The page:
Further, in all the arts is an element of idealism which may be called atmosphere. It is this that unifies a masterpiece and gives the key to the spirit of the whole. Nowhere is there a better illustration than in the paintings of Titian. What is it that makes his pictures so wonderful an interpretation of Venice? Not the nude figures, the bit of mountain, the sea or the radiant sky; but the luxuriant wealth of warm golden light poured over the whole, transfiguring the landscape, lifting the nude bodies away from all possible association with illness or death, giving unity and interpreting the whole.

So the subtle “light that never was on sea or land” is more than anything else the key to Corot’s impression. In the Inferno of Dante there is one dominant atmosphere, made of darkness deepened into darkness, set off by vermilion flame; in the Purgatorio another, made up of all the beauty of the natural world; in the Paradiso a third, with light multiplied into light, till the radiant shining is all but unendurable. Similarly there is one unifying and interpretative atmosphere in a fugue of Bach’s, a nocturne of Chopin’s, or in the third movement of the Ninth Symphony of Beethoven.

Besides these five elements of idealism in art, there is a final principle, in that art, to be sound, must present the phase of life it portrays in true relation to the whole. This applies particularly to the portrayal of evil. This is dangerous in its effect only when evil is pictured out of relation to the whole of life, as for instance, in the worse sort of the so-called French novel (which is not produced, by the way, exclusively in France) where a moral evil is dressed in such beautiful garments that it is mistaken for the good, and so be-comes seductively misleading. The great masters never make this mistake : in their portrayal evil is as repulsive in form as it is offensive in meaning. No daughter was ever led to un-filial conduct by the example of Goneril and Regan in King Lear; no one was ever tempted to a career of deception by the example of Iago. We despise these characters, and they in no way seduce us to imitation of their behavior.

Thus Dante uses coarse epithets and imagery increasingly painful to the senses, to clothe the darker sins as he descends the pit of hell. That the principle is not confined to moral evil, however, is evident in the work of such painters as Millet and Bastien-Lepage, the wonder of whose portrayal of peasant life is that the phase studied is given in such sound relation to the whole of life as to interpret its very soul.

Let me give an illustration of this principle in the field of the novel. Some years ago Upton Sinclair studied the notorious packing-house district of Chicago and portrayed its horrors in the novel, The Jungle, widely read here and abroad, which helped vitally to the reform of the evil conditions it exploited. Now I have no doubt that every incident given in the novel could be paralleled in the packing-house district of Chicago, and that the mass of these facts had come under the direct observation of the author; yet I have no hesitation in saying that the story as a whole is untrue to the life it presents. What the author did, after exhaustive investigation of the horrors of that district of Chicago, was to gather them all together and heap them upon the head of one devoted woman and family. The result was a more or less effective reform document, but a novel with a loss of sound perspective, thus artistically, and hence ethically, untrue to the life it portrayed. The same criticism may be passed upon a more recent social document, exploiting the evils of the “white slave traffic” Kauffman’s House of Bondage.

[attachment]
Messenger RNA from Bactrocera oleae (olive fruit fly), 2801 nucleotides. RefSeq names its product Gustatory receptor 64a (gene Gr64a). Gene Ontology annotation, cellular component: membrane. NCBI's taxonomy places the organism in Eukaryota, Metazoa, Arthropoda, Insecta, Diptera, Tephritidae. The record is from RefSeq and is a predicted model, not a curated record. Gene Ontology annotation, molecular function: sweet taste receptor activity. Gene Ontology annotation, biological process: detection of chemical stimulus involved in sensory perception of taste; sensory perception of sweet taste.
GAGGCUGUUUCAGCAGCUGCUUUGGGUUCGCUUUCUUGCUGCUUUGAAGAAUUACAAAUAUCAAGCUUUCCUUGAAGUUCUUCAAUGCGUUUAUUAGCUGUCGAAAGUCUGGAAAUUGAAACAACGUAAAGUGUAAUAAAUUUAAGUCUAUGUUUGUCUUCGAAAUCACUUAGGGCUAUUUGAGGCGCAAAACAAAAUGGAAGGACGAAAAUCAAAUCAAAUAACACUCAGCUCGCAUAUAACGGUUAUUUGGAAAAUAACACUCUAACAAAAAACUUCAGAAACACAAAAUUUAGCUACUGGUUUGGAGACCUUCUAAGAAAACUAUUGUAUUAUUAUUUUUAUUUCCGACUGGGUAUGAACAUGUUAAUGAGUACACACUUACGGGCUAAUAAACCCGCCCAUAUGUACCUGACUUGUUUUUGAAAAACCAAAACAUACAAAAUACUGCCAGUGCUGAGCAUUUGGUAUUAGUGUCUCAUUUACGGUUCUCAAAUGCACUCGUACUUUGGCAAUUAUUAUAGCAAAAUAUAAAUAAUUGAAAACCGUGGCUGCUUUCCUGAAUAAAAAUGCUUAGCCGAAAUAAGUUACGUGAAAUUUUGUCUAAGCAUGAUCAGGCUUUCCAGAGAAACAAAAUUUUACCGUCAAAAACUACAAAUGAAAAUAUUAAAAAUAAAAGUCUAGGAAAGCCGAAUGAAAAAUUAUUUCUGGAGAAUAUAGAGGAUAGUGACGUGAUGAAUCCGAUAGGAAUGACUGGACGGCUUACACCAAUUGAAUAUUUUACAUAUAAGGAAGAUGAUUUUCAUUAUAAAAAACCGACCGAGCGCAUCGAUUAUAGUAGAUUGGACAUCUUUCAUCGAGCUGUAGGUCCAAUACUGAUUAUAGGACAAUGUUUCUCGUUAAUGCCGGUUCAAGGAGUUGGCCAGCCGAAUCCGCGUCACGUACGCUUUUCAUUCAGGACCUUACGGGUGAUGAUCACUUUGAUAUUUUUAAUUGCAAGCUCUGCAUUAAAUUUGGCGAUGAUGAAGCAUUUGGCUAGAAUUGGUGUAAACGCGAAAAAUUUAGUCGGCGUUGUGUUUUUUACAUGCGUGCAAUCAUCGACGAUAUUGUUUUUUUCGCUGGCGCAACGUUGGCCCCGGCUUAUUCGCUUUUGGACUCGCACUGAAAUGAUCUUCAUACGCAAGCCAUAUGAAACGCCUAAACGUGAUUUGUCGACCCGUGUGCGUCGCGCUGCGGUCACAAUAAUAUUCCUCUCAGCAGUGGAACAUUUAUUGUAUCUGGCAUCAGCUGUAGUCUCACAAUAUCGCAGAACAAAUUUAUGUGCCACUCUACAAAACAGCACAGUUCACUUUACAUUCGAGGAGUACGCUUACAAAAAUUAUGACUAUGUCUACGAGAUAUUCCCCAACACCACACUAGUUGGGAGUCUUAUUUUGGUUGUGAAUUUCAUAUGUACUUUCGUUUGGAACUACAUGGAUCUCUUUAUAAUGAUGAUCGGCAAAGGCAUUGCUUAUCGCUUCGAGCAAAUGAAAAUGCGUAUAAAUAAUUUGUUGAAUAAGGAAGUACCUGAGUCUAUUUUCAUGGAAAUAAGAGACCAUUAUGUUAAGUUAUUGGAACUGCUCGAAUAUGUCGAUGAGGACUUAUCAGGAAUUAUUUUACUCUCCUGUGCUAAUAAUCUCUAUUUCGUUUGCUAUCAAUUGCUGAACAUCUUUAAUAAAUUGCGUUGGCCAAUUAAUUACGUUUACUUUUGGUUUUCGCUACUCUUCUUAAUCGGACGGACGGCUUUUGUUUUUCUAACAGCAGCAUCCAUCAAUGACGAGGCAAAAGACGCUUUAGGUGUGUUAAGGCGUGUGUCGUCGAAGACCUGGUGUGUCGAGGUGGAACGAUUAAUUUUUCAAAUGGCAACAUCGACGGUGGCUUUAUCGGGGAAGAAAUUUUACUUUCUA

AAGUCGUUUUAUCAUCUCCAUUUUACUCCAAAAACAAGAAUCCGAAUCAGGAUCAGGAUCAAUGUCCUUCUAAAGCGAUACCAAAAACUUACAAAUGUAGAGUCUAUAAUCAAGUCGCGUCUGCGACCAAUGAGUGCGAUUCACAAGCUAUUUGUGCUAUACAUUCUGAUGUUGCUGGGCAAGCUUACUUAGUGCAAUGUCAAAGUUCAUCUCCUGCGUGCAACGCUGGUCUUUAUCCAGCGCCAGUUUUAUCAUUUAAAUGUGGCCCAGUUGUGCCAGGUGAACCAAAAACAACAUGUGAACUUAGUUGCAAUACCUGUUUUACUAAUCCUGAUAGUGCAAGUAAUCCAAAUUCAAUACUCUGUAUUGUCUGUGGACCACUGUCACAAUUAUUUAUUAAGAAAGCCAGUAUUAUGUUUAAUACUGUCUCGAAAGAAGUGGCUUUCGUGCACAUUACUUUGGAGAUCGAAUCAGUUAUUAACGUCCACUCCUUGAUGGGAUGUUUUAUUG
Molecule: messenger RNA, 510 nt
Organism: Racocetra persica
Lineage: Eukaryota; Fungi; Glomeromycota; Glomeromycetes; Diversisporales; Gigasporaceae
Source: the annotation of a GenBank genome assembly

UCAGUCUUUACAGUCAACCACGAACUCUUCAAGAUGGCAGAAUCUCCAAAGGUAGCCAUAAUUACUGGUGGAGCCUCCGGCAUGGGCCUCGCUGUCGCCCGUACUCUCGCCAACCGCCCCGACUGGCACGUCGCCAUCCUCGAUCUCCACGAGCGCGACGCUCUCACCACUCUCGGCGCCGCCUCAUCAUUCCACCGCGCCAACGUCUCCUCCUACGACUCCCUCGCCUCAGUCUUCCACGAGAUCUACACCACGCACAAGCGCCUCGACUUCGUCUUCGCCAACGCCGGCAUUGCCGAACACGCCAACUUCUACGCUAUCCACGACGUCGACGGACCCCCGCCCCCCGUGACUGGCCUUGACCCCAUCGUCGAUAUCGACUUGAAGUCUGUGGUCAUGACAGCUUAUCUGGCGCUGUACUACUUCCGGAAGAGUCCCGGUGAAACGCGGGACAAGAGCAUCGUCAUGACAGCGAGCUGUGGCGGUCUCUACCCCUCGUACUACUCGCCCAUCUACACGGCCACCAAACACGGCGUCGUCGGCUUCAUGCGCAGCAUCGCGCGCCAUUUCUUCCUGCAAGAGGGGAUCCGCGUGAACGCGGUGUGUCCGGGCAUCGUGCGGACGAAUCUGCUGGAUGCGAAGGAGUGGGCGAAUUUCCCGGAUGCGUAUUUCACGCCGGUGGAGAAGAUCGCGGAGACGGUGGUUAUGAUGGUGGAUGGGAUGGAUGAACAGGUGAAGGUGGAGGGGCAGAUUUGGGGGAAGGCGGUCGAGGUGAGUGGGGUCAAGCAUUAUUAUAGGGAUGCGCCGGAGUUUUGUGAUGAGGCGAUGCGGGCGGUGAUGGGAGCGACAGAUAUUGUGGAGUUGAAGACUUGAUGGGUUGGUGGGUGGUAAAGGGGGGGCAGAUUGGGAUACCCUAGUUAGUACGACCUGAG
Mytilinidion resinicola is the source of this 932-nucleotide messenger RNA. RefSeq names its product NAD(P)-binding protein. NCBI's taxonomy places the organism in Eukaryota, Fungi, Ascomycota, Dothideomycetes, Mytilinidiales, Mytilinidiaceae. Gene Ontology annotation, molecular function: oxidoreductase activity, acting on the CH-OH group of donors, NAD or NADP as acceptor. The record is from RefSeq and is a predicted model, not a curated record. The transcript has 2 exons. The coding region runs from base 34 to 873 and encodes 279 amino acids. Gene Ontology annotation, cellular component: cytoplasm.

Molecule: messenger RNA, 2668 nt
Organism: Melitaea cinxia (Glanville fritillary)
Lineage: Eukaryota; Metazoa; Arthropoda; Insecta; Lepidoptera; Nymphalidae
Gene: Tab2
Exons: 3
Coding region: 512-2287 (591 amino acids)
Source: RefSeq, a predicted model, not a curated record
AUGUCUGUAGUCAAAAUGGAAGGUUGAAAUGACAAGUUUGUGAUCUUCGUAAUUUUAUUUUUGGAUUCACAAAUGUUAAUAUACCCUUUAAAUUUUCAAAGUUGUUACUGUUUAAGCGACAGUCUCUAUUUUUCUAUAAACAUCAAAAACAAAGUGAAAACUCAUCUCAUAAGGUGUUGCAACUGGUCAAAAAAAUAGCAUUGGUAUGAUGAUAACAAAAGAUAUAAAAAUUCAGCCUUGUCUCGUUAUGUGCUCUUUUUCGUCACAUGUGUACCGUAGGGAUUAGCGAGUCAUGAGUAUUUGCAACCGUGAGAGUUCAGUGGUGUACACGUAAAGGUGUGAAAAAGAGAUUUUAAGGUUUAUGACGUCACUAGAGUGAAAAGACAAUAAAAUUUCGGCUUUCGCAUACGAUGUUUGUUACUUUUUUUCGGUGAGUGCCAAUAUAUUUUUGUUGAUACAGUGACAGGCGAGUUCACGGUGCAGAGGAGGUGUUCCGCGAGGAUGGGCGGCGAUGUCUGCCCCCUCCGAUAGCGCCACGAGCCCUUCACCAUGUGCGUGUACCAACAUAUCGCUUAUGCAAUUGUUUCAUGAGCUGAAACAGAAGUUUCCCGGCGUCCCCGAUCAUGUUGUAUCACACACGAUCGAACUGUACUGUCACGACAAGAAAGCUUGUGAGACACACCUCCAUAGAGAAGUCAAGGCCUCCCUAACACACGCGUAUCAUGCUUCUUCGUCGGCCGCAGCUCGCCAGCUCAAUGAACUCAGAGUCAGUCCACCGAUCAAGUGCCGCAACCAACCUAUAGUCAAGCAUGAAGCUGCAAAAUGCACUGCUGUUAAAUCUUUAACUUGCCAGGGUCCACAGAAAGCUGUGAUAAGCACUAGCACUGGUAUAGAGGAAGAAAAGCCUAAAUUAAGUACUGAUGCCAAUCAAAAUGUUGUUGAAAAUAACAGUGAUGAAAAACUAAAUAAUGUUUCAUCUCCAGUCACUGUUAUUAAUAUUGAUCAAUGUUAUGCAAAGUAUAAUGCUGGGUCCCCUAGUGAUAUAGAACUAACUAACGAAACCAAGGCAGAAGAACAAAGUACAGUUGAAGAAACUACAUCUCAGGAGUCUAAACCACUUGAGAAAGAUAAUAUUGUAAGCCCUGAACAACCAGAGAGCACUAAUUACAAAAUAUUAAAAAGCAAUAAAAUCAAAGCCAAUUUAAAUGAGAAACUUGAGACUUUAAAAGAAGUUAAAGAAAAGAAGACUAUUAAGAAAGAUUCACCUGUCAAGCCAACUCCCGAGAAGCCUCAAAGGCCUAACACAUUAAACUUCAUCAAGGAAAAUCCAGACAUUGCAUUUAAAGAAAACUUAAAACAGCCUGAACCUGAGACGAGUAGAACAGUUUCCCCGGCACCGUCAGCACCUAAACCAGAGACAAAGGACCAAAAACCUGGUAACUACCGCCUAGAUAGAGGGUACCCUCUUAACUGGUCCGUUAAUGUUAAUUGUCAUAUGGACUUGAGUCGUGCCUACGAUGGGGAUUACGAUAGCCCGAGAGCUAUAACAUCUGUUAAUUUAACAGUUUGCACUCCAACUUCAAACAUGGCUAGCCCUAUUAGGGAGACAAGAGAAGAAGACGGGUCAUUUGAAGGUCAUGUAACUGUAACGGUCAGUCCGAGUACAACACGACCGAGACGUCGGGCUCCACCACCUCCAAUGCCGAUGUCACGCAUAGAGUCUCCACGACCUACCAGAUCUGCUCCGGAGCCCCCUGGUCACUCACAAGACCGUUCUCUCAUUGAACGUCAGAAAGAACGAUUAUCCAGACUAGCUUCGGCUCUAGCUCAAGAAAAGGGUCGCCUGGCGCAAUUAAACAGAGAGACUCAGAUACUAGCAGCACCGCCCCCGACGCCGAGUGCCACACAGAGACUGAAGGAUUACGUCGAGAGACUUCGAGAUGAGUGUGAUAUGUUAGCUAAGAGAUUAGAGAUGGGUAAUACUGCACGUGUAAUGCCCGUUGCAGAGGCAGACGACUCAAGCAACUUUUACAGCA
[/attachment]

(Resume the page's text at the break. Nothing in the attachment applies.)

It is on the basis of this principle, little as it is understood, that the work of Ibsen, Maeterlinck, Shaw, Wilde and Sudermann must ultimately be judged, as also the didactic dramas, such as The Passing of the Third Floor Back, The Servant in the House, Everywoman, The Terrible Meek, which have enjoyed such vogue recently. Much second-rate work, that is widely popular for the moment, is weeded out and forgotten after a little time, just because the artist lacked the greatness to see the part in true perspective and sound relation to the whole, and so be-came the partisan rather than the true creator.

Let us sum up our work to this point, formulating the answer to our first question: Art is then the adequate and harmonious expression and interpretation, through the medium of personality and in definitely limited form, of some phase of man’s life or relation to nature in true relation to the whole. This statement is not intended as a definition in the ordinary sense, but as a thesis, gathering together all the elements studied as forming art. Simplifying the statement, retaining the most definitive elements: Art is the adequate and harmonious expression and interpretation of some phase of man’s life in true relation to the whole.